In various weak signal modes of WSJT-X, the Tone Spacing decreases with increasing T/R Periods. For instance for FST4 / FST4W (as decribed on page 1 of the Quick-Start Guide) we see:

T/R period (s) Tone Spacing (Hz)
15 16.67
30 7.14
60 3.09
120 1.46
300 0.56
900 0.180
1800 0.089

Later on, we read that "oscillator drifts and path-induced Doppler shifts must be less than the tone spacing".

Why was this chosen like this? Wouldn't larger tone spacings provide better SNR decodability? At the very least, they should allow for higher Doppler shifts for the longer-period modes, shouldn't they?

Why isn't there an option in WSJT-X to manually increase the spacings for testing? I mean, is it just because there was no demand for it and it simply wasn't implemented, or is it because it inherently doesn't make sense to increase them?

I understand that signals with slower frequency changes generally occupy less bandwidth, but don't such tiny tone spacings also make decoding harder?


2 Answers 2


The longer T/R periods also have a longer duration for each symbol. The longer each symbol is, the more finely the decoder can resolve the frequency of each symbol. So the slower modes make narrower tone spacing possible. A narrower signal bandwidth means less noise is contained in the same bandwidth, and so it becomes possible to decode weaker signals against that noise; that's what makes narrower tone spacing desirable.

FST4 is specifically meant for the LF and MF bands, where good oscillator stability is easily achieved, and Doppler effects aren't significant, so it deliberately pushes things just about as narrow as they get. There are other modes that make different tradeoffs and have wider spacing, and there are other modes that have "just make it wider" variants — for instance, the JT65 mode that you normally see on HF is actually JT65A, with a tone spacing of 2.7Hz; but on 2m and 70cm people use JT65B, and on 23cm they use JT65C. Those are exactly the same as JT65A, except 2x and 4x as wide (tone spacings of 5.4 and 10.8 Hz) to account for the stability requirements of those higher bands.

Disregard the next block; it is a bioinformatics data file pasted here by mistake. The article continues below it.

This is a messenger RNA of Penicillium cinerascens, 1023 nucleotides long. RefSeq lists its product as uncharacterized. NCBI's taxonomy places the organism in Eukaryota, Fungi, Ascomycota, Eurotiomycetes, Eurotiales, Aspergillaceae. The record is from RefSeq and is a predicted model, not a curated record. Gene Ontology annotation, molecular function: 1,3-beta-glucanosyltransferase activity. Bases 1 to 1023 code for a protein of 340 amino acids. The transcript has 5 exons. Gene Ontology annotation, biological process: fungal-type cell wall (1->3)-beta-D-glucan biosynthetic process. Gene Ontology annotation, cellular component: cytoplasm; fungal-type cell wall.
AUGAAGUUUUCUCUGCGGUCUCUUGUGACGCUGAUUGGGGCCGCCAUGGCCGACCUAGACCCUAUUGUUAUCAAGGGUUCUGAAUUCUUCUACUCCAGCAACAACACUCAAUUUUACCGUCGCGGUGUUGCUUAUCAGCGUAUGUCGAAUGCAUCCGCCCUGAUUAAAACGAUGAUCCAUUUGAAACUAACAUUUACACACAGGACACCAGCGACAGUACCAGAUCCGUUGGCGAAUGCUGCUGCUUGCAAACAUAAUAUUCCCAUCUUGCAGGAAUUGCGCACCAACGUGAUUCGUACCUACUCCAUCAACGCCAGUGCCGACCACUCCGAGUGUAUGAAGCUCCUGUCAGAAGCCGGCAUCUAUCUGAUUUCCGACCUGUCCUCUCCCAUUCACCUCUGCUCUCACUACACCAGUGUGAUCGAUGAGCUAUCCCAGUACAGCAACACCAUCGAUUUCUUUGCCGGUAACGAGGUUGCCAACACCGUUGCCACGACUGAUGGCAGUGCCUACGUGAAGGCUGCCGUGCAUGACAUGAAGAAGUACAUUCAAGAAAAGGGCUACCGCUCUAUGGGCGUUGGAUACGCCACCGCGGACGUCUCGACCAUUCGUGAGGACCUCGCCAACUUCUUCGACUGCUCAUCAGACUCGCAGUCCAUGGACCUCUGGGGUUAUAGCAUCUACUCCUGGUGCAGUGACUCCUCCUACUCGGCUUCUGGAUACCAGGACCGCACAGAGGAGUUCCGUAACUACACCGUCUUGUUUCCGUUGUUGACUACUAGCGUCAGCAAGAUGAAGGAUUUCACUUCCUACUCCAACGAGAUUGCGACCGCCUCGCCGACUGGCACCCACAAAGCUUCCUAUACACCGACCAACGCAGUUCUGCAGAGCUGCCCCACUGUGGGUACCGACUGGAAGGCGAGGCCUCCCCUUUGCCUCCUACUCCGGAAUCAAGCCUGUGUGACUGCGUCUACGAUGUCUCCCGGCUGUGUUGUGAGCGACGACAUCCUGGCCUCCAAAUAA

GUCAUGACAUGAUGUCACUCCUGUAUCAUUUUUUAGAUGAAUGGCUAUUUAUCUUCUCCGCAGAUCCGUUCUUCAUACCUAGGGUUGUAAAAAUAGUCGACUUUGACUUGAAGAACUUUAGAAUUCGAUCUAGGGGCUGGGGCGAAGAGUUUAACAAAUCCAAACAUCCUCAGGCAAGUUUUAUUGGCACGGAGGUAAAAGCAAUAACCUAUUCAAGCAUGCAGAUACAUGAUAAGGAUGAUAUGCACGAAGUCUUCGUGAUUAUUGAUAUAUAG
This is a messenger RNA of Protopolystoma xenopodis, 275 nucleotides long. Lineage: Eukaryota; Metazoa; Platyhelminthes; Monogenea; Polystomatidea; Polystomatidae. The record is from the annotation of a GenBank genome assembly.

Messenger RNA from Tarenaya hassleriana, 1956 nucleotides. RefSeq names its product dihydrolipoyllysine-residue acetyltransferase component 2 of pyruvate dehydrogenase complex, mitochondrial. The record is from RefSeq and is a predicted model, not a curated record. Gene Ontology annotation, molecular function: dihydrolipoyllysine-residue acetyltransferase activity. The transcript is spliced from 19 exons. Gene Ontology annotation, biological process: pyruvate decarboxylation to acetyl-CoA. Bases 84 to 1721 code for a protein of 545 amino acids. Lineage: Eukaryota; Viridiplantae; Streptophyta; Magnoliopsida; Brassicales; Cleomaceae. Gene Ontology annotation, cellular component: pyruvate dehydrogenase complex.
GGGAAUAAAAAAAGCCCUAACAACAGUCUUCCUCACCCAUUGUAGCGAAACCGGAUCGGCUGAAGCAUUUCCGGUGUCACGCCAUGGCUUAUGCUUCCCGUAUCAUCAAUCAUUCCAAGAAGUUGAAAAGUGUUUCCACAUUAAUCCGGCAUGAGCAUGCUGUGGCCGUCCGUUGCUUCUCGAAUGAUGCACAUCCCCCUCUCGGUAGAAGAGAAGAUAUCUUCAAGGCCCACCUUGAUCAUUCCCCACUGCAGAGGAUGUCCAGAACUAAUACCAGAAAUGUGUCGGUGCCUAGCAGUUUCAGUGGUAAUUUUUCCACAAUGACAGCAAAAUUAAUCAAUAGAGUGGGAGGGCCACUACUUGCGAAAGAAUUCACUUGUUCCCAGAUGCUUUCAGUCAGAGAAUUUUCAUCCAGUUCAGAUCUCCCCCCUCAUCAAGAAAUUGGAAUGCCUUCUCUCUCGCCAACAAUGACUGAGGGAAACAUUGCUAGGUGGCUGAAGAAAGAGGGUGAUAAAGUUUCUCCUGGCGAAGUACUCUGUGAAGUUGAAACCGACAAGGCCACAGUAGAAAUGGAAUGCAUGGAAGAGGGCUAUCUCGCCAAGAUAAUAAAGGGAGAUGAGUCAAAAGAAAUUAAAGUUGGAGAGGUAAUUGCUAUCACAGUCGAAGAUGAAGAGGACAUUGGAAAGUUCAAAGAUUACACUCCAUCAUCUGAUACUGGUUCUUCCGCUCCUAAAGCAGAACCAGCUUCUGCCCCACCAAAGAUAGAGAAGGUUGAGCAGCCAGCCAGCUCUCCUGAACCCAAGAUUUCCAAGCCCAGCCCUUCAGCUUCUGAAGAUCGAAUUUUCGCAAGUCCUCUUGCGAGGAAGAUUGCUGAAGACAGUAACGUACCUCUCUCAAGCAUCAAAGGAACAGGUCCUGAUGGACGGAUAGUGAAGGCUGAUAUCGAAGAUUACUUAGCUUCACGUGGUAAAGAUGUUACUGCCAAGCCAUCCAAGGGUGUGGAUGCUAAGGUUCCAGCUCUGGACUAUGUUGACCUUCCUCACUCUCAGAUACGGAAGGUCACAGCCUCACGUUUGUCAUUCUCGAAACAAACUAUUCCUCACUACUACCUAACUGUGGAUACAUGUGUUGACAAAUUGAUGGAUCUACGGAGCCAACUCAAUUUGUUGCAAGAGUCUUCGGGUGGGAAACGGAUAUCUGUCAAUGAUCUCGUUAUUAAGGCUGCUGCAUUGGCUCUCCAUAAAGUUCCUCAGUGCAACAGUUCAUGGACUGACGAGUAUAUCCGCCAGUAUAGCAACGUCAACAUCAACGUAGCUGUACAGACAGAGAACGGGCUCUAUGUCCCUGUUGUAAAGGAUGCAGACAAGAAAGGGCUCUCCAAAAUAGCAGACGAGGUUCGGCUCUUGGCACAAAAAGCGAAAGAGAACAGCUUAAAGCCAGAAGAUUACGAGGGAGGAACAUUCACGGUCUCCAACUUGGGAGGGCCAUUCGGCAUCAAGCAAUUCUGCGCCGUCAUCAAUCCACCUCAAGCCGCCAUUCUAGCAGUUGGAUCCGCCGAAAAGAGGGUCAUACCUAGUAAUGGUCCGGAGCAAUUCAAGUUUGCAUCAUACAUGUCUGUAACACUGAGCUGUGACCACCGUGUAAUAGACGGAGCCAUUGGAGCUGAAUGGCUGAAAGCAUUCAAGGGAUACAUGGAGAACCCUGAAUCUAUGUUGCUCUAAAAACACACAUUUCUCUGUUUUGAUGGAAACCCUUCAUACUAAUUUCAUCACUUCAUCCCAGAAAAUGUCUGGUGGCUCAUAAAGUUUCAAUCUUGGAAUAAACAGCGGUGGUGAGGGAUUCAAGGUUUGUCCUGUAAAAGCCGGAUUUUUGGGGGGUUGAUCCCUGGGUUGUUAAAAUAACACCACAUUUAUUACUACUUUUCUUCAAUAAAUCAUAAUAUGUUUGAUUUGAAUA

The reason why there isn't a way to manually adjust the spacing is because WSJT-X is also a bit of a standard. If there was such an adjustment, it would make communication more difficult.

Instead of just adjusting spacing, you get different modes, each of which has multiple parameters (not just spacing) tweaked to optimize it for a particular purpose. And each such mode has a designated frequency range that WSJT-X suggests they should be used in, reducing confusion and maximizing use of each designated narrow band.

By designating a frequency range for each mode rather than mixing them, it allows more simultaneous contacts per "channel" (through better packing) and a less complicated demodulator. (It's already fairly complicated and cpu intensive, so to make it more so would not be good.)


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